A multi-million dollar redevelopment of the Port Fairy wharf building in 2018 has failed to provide the return on investment expected by negotiators when the project was signed off.
Councillor James Purcell, who was chair of the Port of Port Fairy Committee during negotiations for the project said the new building was supposed to be leased out as a restaurant and events space to bring in vital revenue that could fund the renewal of port assets.
"The restaurant would raise a significant amount of money and that would future-proof the port," Cr Purcell said.
The redevelopment ended up costing more than $3.1 million, with the Port of Port Fairy contributing $1.6 million and the state government $1.4 million, while Moyne Shire Council put in $88,000.
Cr Purcell said the understanding at the time was that all revenue from the wharf building would go to the Port of Port Fairy to be spent on port assets.
Instead, the revenue goes into the Moyne Shire Council's consolidated income.
Former mayor Colin Ryan, who took over from Cr Purcell as chair of the port committee, said the agreement was for revenue to all go specifically to the port.
"The money should go to the port, not the council and that was never my understanding of how it was going to work," he said.
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Moyne Shire Council suggested it was not an issue that the revenue went into general council income, rather than being sequestered for the port.
"Revenue raised from the wharf building goes into council revenue, which can then be used to support projects within the port precinct which are not funded under the funding agreement with the (state) Department of Transport," Moyne director of infrastructure and environment Edith Farrell said.
The council also said it was never realistic to expect revenue for the wharf building - which totals roughly $120,000 per year - would future proof the port, and that the revenue provided essentially no funding for asset renewal in the port.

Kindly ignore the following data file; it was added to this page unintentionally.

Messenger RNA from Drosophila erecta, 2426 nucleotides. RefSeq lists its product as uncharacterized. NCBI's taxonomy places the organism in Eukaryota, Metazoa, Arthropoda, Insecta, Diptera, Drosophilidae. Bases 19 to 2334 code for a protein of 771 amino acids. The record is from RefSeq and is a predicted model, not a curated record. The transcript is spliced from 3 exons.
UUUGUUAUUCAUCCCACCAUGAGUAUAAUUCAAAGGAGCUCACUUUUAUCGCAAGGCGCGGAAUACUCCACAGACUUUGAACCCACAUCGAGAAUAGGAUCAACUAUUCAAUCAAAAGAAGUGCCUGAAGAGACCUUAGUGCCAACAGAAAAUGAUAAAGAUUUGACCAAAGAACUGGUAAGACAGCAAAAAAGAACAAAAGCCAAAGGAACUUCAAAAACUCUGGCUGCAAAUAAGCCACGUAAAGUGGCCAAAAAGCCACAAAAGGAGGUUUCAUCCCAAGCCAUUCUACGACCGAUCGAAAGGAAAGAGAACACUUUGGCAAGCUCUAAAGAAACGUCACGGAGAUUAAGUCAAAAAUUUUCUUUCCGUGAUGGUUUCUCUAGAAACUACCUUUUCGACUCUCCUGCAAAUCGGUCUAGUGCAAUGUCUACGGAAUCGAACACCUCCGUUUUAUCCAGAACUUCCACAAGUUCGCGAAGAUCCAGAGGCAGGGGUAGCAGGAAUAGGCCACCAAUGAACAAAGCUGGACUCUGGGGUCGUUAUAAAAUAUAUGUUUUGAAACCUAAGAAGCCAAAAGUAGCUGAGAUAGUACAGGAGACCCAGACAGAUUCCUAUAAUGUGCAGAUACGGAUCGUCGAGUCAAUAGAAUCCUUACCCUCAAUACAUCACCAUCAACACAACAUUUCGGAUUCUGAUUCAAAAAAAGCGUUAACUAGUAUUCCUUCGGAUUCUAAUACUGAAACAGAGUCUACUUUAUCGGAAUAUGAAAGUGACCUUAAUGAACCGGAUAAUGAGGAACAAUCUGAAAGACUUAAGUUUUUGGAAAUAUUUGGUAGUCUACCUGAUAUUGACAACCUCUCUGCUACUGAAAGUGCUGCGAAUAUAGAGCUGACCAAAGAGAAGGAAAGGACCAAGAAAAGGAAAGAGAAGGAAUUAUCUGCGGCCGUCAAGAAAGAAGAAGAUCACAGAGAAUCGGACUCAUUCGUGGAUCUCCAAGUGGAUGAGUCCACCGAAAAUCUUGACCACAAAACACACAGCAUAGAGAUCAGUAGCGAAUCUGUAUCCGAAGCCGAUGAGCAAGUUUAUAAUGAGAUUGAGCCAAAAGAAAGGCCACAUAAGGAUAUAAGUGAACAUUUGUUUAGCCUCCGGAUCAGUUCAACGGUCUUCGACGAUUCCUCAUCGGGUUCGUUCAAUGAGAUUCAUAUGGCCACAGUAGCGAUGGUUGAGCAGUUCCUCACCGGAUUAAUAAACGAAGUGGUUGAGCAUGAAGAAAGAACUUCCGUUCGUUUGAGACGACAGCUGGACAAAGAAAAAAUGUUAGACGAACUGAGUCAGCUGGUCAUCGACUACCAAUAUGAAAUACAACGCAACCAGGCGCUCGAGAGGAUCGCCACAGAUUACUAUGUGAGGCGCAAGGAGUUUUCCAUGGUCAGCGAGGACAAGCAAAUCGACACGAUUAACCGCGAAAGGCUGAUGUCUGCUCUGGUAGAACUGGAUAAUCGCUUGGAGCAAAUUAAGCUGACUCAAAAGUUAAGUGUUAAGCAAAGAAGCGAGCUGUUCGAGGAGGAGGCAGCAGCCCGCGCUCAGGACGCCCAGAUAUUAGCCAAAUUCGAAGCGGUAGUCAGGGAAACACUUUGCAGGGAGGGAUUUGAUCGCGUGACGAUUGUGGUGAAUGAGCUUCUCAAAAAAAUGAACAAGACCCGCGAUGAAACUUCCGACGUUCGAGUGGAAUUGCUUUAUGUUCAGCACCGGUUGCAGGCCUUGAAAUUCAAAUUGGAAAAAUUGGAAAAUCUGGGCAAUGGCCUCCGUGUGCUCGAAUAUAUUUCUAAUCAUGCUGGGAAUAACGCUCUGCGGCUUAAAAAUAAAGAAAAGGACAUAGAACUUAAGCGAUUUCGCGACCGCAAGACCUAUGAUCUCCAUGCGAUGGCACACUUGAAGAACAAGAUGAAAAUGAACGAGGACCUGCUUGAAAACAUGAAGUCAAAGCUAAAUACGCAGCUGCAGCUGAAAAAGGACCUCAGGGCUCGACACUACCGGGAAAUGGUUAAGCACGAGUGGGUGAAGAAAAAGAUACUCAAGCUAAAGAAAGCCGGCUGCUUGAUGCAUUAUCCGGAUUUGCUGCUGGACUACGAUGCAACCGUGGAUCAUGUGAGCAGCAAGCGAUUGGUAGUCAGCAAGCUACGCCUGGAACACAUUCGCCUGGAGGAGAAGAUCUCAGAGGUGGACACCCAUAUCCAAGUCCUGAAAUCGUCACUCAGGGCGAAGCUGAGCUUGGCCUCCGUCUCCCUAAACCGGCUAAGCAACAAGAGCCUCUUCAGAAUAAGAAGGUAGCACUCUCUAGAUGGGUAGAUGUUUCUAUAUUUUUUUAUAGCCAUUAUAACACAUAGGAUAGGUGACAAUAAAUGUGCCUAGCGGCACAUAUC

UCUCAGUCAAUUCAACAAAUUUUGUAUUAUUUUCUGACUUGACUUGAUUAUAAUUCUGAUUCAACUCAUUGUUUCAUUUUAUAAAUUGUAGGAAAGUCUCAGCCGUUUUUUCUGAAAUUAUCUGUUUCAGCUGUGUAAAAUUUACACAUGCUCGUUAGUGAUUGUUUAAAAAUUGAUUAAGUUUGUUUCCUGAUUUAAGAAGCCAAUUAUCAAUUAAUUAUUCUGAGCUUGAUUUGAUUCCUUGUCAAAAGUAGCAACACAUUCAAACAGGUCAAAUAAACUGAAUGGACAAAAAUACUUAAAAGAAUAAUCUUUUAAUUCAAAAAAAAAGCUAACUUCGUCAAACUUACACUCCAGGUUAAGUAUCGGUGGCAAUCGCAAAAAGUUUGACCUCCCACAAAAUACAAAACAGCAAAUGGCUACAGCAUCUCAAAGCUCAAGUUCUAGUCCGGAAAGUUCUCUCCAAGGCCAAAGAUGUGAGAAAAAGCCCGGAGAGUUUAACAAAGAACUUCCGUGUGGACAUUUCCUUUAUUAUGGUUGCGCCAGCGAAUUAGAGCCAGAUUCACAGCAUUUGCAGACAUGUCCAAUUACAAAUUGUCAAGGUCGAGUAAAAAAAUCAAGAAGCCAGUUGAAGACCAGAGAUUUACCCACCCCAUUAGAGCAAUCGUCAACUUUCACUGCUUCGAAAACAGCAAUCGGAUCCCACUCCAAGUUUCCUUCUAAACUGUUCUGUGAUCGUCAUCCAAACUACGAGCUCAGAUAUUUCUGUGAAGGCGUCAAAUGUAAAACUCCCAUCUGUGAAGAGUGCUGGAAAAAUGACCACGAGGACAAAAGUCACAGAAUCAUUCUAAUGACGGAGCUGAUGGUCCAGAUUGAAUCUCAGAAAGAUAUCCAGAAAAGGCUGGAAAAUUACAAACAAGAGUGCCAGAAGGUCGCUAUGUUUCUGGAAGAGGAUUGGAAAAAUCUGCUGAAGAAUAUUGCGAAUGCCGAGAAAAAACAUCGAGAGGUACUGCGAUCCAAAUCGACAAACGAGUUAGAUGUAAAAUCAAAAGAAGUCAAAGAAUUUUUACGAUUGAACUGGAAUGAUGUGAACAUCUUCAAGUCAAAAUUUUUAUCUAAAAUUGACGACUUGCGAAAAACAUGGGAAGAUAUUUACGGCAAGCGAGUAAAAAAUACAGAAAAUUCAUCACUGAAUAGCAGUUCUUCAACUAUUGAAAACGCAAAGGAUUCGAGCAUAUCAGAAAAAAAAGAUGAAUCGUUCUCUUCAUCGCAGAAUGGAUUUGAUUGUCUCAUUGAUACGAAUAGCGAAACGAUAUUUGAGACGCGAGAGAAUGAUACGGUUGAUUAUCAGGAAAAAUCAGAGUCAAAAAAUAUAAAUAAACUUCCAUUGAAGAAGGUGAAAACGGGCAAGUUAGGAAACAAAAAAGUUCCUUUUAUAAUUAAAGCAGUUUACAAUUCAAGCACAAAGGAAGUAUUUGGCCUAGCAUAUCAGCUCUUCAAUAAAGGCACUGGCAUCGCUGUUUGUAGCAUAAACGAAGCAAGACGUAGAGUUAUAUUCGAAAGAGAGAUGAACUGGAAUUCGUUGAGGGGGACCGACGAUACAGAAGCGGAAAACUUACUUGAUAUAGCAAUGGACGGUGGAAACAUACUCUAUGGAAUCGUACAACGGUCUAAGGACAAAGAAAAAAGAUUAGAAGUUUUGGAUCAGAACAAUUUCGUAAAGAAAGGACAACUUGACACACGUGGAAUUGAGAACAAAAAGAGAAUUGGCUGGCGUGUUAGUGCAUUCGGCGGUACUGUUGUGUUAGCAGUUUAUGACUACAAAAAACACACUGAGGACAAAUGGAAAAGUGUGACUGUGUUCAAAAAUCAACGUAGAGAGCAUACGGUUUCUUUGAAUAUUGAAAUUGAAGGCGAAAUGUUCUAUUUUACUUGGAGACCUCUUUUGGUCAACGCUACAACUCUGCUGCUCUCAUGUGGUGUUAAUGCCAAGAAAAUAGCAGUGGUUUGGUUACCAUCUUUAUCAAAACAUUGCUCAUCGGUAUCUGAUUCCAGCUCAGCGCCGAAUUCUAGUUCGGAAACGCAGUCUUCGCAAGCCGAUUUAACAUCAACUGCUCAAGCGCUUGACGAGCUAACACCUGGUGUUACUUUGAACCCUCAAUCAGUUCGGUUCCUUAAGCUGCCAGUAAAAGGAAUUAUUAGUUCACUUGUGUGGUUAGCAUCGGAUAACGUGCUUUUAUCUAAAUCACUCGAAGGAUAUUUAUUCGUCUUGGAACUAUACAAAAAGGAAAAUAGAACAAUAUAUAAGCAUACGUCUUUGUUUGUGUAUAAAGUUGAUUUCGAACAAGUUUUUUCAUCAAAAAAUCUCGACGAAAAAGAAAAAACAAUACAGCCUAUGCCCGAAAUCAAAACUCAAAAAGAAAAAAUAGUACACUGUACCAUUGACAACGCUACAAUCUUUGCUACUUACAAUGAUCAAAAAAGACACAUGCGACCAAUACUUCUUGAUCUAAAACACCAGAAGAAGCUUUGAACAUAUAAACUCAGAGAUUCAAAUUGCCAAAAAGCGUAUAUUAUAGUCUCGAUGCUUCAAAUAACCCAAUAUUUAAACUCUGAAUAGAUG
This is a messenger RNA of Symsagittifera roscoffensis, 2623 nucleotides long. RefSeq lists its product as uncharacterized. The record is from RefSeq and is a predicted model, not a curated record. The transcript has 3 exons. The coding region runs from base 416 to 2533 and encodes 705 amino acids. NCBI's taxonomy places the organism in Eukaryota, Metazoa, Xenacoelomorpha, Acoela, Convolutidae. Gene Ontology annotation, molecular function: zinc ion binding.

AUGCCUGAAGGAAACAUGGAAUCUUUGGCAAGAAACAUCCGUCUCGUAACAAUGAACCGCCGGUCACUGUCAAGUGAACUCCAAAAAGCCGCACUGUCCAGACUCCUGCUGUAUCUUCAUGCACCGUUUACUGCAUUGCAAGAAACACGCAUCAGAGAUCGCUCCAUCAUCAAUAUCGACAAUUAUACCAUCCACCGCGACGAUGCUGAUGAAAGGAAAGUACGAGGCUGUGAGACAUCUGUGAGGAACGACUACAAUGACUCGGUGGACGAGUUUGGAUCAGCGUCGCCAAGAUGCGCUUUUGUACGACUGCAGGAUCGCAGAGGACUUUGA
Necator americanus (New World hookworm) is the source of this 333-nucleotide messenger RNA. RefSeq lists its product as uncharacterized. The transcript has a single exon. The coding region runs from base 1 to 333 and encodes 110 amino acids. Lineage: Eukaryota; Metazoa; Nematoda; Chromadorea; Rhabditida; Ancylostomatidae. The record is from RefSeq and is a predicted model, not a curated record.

"Approximately $70,000 of the revenue raised goes towards depreciation of the wharf building and general maintenance per annum. Council also allocates $40,000 per annum towards dredging within the port," Ms Farrell said.
After these expenses were accounted for, there was very little annual revenue left over, Ms Farrell said
"Some of the revenue may be used for state-owned and operated port asset maintenance - such as dredging in the port - or it may be used for maintaining council-owned-and-operated assets such as the wharf building."
Cr Purcell said he didn't understand why 60 per cent of the revenue raised by the wharf building was being spent on depreciation and maintenance.
I don't know what they're doing with it, I don't know why they are depreciating it.- James Purcell
Depreciation is an accounting practice that sets funds each year to pay for the renewal of an asset when it ultimately needs to be rebuilt. Cr Purcell said the depreciation claim confused him.
"The building costs were all money saved by the port, along with a state government grant. When it's rebuilt the same thing will happen again," he said.
"I can't figure that out, It just doesn't have any logic to it.
"I don't know what they're doing with it, I don't know why they are depreciating it."
Ms Farrell said the depreciation costs were a legislative requirement.
"Council acts as the committee of management of the wharf building and under Section 17B of the Crown Land Act is responsible for its upkeep," she said.
"As the committee of management, council is responsible for maintenance, renewal and any required capital upgrade, this is why we need to account for depreciation.
"This situation is no different to other building facilities where council is the committee of management."
But Cr Purcell asked why the $1.6 million from the Port of Port Fairy and $1.4 million from the state government were required if the previous building had also been depreciated under the same legislative requirement.
He also wondered why $40,000 of the wharf building's revenue was being spent on dredging in the port, since that was a state government asset and should be maintained using state funding.
Ms Farrell said council shared the dredging costs with the state government.
"The $40,000 from council pre-dates the existence of the wharf building and the revenue generated from annual lease fees - it has been an allocation within council's budget for many years," she said.
"Dredging works provides benefits beyond the operations of the port - particularly the sand replenishment that it provides to East Beach. It is considered a legitimate expenditure for council to contribute funds to."
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